Cherry Picking at Rock Hill Orchard

“Our farm is like going to your grandfather’s farm,” says owner, John Fendrick.  He and his wife Mary opened Rock Hill Orchard in 2010.  While some crops were already on the land, the couple were passionate about milking and making cheese locally.  They sell almost everything they grow.

On the first Saturday of every month, you can meet John and Mary for a walking narrated tour of the dairy.  Every weekend at 4 p.m. you can bottle feed the calves.  While we didn’t get our time correct, my daughter and I petted a few babies in their pens.  Currently 80 Guernsey cows rotate between 32 fields daily.  Water is available at every field so they only leave the area for milking.  It’s quite interesting to watch the cows line up when it’s milking time.  The cows are allowed to roam the field and get milked from a robotic machine any time they feel like it.  While the grazing process isn’t the fastest, it is the most efficient for cows turning grass into milk.  You may see a few Jersey and Shorthorn cows in the mix.  Their milk is solely used to feed the calves.

Rock HIll Orchard

We started at the top of the hill with our tour before making our way to the cherry trees.  Right now, Rock Hill offers pick-your-own tart cherries, cut your own herbs; think cilantro, oregano and sage and flowers such as lavender, snapdragon and zinnias.  We came for the cherries and the trees were dotted in bright red deliciousness.  We were given a bucket with a bag inside to assist in the picking process.  Ladders are situated throughout the small area, which proved useful for my daughter.  You can pick as much as you want at $2.79/lb.  I was hesitant to pick tart cherries because I prefer sweet, but these cherries were mild in tartness and have the makings for a good pie.  Picking hours are 10 a.m. to 4 p.m.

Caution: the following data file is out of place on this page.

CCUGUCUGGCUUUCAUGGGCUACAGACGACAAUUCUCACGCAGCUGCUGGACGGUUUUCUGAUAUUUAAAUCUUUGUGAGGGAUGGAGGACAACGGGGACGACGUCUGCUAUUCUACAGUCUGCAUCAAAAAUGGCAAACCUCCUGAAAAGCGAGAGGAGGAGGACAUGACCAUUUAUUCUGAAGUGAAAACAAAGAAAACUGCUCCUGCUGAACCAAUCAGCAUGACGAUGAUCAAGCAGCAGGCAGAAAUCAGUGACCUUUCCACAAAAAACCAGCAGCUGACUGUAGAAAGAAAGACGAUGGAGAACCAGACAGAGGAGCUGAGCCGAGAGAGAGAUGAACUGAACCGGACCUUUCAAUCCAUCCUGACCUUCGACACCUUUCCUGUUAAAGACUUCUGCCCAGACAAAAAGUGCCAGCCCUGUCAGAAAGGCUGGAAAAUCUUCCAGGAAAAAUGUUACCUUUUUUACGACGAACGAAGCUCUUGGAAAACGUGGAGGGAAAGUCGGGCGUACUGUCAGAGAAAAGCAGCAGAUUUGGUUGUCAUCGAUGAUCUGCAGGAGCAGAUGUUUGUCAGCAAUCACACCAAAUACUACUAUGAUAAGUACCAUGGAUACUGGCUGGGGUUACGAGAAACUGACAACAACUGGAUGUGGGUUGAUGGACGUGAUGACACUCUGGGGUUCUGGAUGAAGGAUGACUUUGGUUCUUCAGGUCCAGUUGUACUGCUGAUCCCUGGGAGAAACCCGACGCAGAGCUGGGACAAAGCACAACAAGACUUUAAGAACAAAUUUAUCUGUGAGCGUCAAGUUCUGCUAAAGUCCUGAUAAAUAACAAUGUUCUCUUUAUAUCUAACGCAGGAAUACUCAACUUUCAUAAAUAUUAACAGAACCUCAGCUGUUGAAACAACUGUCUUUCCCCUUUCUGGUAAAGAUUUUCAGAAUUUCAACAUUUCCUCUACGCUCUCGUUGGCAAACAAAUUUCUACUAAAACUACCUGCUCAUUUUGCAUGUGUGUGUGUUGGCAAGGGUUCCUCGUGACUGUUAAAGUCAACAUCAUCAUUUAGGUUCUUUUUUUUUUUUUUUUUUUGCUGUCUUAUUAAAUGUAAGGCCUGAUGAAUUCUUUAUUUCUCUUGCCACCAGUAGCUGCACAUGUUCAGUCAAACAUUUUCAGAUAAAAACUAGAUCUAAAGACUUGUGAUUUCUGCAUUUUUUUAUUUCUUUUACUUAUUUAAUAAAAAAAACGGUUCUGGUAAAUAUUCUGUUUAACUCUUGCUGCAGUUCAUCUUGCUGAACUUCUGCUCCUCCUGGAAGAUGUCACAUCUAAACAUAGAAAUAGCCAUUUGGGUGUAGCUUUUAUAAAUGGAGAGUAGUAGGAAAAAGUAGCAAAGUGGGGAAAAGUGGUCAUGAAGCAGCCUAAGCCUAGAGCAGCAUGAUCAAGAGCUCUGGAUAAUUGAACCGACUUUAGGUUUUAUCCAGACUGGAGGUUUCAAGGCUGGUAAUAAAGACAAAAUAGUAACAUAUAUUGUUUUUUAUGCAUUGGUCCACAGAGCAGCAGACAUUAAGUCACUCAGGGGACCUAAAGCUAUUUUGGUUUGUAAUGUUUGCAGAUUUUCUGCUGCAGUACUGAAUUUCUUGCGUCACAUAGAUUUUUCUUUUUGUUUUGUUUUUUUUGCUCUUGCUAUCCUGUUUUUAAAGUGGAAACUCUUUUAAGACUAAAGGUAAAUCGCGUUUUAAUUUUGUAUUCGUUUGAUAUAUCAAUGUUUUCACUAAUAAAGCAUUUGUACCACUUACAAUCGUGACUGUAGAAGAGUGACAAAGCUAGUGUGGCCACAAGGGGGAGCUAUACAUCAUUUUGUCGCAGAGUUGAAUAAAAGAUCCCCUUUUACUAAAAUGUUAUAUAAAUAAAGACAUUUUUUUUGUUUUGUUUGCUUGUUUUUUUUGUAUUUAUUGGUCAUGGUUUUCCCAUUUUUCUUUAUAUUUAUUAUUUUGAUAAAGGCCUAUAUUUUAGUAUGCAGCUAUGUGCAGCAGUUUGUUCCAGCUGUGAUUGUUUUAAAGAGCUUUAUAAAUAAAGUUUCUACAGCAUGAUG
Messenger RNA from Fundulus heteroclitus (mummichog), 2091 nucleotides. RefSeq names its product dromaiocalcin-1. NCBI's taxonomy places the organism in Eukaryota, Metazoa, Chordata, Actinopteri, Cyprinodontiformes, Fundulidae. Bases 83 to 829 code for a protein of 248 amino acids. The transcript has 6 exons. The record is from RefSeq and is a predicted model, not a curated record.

Rock HIll Orchard

I was pleased that the farm market offers local sweet cherries so I got my fix of both tart and sweet!  They also carry other local veggies, but if you prefer, Rock Hill identifies their own produce like kale, carrots and eggplant, along with wildflower honey from their own hives and farm made pies.  If you can’t make it to see the cows, you can watch an informative video in the market.  Hearing about the Guernsey cows, you may want to pick up their grass-fed golden hued Creamline milk and chocolate milk or ice cream.  Woodbourne Creamery at Rock Hill Orchard is Montgomery County’s only ice cream that is produced on the farm.  I was daring and tried the Peppercorn ice cream, which was actually quite mild.  They also had Pumpkin, Ginger, Vanilla, Dark Chocolate and Strawberry when we visited.  A scoop of ice cream in a cup or cone is wallet friendly at $2.50.

Rock HIll Orchard

The cherry season is short, so if you miss out, Rock Hill Orchard also offers PYO vegetables, blackberries and peaches in July.  In September and October they are busy with apples and pumpkins and fall fun activities including a corn maze, pumpkin cannon and hayride.

While the Fendricks are regulars at the Bethesda Farmers Market, they want to remain local and true to their life’s work…having people visit the property.  John said, “We want people to experience the whole farm” and we did just that!

Photos courtesy of Kathleen Molloy.

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OK Editorial Team

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